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A very long engagement

The majority of soldiers in Iraq go home after one or two deployments. A handful stay.

Staff Sgt David Shumate, 27, was just a 20-year-old Private First Class when the U.S. military shot its way into the heart of Baghdad during the “Thunder Run,” marking the beginning of the end of Saddam Hussein’s regime. Now on his fourth deployment, Shumate says he wants to see Iraq succeed. (Ben Gilbert/GlobalPost)

ASHURA, NINEWA PROVINCE, Iraq — Like many American soldiers in Iraq, Staff Sgt. James Ausmann, 32, wears a black metal “memorial” bracelet around his wrist. Engraved on the worn band are the names of two of Ausmann's buddies killed during the first year of the Iraq invasion.

Cpt. John F. Kurth, Ausmann's commanding officer, and Spc. Jason C. Ford were both killed when an IED, or improvised explosive device, exploded near their patrol on March 13, 2004. They were two of seven colleagues Ausmann lost on his first tour in Iraq.

“That’s the nature of the beast,” he said. “It sucks. You miss them. But you continue to do well, and make sure they didn’t die in vain.”

Ausmann is now on his fourth combat deployment to Iraq, with the Army’s 1st battalion, 1-64th Armored Regiment of the 3rd Infantry Division. The unit was the first to enter Baghdad in April 2003, during the famous “Thunder Run.” He’s just one of a handful of soldiers currently serving with 1-64 Armor who have been deployed to Iraq since the first year of “Operation Iraqi Freedom,” the U.S. government's name for the invasion of Iraq that began in April 2003.

All of them are non-commissioned officers, and they’ve seen their fair share of fighting and have enjoyed the camaraderie of veterans still serving. And now, as U.S. troop levels are cut in half, from 95,000 to 50,000 by this September, they may well be seeing their last deployment to Iraq.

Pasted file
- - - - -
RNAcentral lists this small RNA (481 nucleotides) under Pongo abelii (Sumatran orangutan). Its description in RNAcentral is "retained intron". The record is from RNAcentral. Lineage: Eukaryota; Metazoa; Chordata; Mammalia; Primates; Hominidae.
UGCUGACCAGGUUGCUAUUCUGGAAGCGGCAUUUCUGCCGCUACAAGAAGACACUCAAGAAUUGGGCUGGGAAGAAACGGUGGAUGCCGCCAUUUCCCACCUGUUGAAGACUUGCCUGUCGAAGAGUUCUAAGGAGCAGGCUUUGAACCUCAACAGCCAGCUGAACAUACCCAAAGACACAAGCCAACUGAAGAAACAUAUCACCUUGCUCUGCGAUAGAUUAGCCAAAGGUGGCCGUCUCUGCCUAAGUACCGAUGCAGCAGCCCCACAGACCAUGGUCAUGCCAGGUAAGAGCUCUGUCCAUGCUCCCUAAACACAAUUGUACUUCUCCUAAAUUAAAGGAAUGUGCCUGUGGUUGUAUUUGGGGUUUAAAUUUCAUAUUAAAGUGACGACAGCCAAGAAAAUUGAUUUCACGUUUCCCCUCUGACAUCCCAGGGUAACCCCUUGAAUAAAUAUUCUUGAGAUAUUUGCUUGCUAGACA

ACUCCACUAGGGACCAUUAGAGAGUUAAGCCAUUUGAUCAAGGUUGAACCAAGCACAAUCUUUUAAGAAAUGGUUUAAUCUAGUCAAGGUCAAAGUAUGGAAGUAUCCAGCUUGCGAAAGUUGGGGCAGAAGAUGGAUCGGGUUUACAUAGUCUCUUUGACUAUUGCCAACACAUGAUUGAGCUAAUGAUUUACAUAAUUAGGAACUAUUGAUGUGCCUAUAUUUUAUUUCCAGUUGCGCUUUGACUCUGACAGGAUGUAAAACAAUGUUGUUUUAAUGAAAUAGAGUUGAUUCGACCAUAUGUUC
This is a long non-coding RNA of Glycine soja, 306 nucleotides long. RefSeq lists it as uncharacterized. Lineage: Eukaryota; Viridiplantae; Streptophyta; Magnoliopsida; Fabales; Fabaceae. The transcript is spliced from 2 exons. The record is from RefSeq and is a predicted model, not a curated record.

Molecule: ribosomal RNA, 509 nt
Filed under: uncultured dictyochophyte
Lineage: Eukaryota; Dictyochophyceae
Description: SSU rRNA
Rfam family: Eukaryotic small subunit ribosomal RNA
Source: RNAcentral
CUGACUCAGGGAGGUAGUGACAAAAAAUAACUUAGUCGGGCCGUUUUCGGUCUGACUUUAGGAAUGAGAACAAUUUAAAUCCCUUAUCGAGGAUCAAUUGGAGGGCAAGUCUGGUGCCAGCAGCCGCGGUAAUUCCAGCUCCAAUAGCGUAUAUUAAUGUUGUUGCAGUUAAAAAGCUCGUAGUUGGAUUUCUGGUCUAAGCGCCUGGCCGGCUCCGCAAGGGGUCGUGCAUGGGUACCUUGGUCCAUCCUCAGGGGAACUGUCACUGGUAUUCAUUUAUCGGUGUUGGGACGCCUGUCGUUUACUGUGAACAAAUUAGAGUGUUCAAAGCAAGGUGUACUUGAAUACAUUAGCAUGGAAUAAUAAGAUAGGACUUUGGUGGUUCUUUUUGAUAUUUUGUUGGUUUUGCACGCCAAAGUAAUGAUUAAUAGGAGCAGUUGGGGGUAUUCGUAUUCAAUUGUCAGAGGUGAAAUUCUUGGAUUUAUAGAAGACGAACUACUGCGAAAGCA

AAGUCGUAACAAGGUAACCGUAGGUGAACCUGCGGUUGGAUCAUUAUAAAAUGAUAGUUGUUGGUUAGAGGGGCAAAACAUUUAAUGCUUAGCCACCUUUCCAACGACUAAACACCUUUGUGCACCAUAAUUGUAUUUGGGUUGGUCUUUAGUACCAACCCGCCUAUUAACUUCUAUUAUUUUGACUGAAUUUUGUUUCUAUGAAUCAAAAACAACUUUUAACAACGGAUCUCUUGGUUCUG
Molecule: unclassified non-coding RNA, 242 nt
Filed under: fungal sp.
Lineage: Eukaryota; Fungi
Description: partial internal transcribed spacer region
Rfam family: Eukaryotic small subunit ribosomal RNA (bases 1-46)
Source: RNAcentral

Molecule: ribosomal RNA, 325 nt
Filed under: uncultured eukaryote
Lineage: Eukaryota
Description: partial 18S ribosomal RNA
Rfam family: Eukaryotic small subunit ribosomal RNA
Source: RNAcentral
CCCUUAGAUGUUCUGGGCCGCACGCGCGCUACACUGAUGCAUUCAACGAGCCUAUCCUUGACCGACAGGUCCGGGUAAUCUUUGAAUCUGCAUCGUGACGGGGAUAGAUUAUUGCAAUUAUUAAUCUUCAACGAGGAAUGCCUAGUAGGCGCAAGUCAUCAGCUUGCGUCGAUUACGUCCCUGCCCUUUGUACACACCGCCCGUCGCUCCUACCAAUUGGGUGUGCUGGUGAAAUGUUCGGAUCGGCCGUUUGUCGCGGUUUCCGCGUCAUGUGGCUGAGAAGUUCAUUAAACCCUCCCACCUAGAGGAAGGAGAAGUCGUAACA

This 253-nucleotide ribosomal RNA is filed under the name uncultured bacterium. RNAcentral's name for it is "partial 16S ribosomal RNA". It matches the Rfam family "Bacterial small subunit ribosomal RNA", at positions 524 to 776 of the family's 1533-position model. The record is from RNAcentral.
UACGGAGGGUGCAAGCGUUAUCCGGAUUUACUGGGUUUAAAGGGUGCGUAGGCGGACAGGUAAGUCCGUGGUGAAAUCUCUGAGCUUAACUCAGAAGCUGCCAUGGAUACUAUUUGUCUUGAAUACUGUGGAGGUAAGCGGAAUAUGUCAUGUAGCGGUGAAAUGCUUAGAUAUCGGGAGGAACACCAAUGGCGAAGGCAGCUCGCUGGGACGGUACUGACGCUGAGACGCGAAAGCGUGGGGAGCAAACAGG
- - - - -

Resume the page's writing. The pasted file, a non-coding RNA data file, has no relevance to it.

Welcomed with open arms

Staff Sgt. David Shumate, 27 years old, was just a 20-year-old Private First Class with the 3rd Infantry Division when U.S. troops made the Thunder Run into Baghdad.

His battalion was responsible for securing three strategic intersections so the 1-64 Armor would not be cut off from U.S. supply lines as they made their "Thunder Run" into Baghdad. Two men from his battalion were killed and 18 wounded in the heavy fighting. But once his unit arrived to central Baghdad, the fighting had basically stopped.

He described the experience that followed as  “amazing.”

"When I was on my first patrols into Baghdad, I was actually getting flowers from people," he said. "Bouquets of flowers from women and they were happy and they were cheering that we were there."

After Baghdad fell, Shumate and his unit were based at one of Saddam’s palaces. The soldiers were told in Kuwait that once they reached Baghdad they’d be heading home, but once in the Iraqi capital that direction changed. They were to stay and help secure Baghdad. Although looting was rampant and the country was far from secure, at the time there were few attacks on Americans. But a few weeks later the situation changed dramatically.

Ausmann arrived to Iraq in February 2004 with the 1st battalion, 18th infantry Regiment of the 1st Infantry Division. Stationed at a U.S. forward operating base in Saddam Hussein’s hometown, Tikrit, he watched the war turn from small, isolated attacks to a violent insurgency the Americans were ill prepared to handle. He and his fellow soldiers manufactured “hillbilly” armor to protect themselves against the escalating IED threat.

“Plywood, sheet metal, sandbags, everything you could think of we put on there,” he said. “Some of it worked.”

The IED menace

Staff Sgt. Mike Bailey, 27, saw the same transition when he arrived to Babel Province, south of Baghdad, with the 1st Marine division just after the initial invasion in June, 2003, as a corporal.

“We had big problems with regular Iraqi army taking off uniforms and fighting,” he said. “It was the breaking point between little bit of government remaining, and lot of people breaking off on their own. It was the beginning of the insurgency I guess.”

But it was during Bailey’s second deployment, to Anbar Province in 2004, that the war completely changed.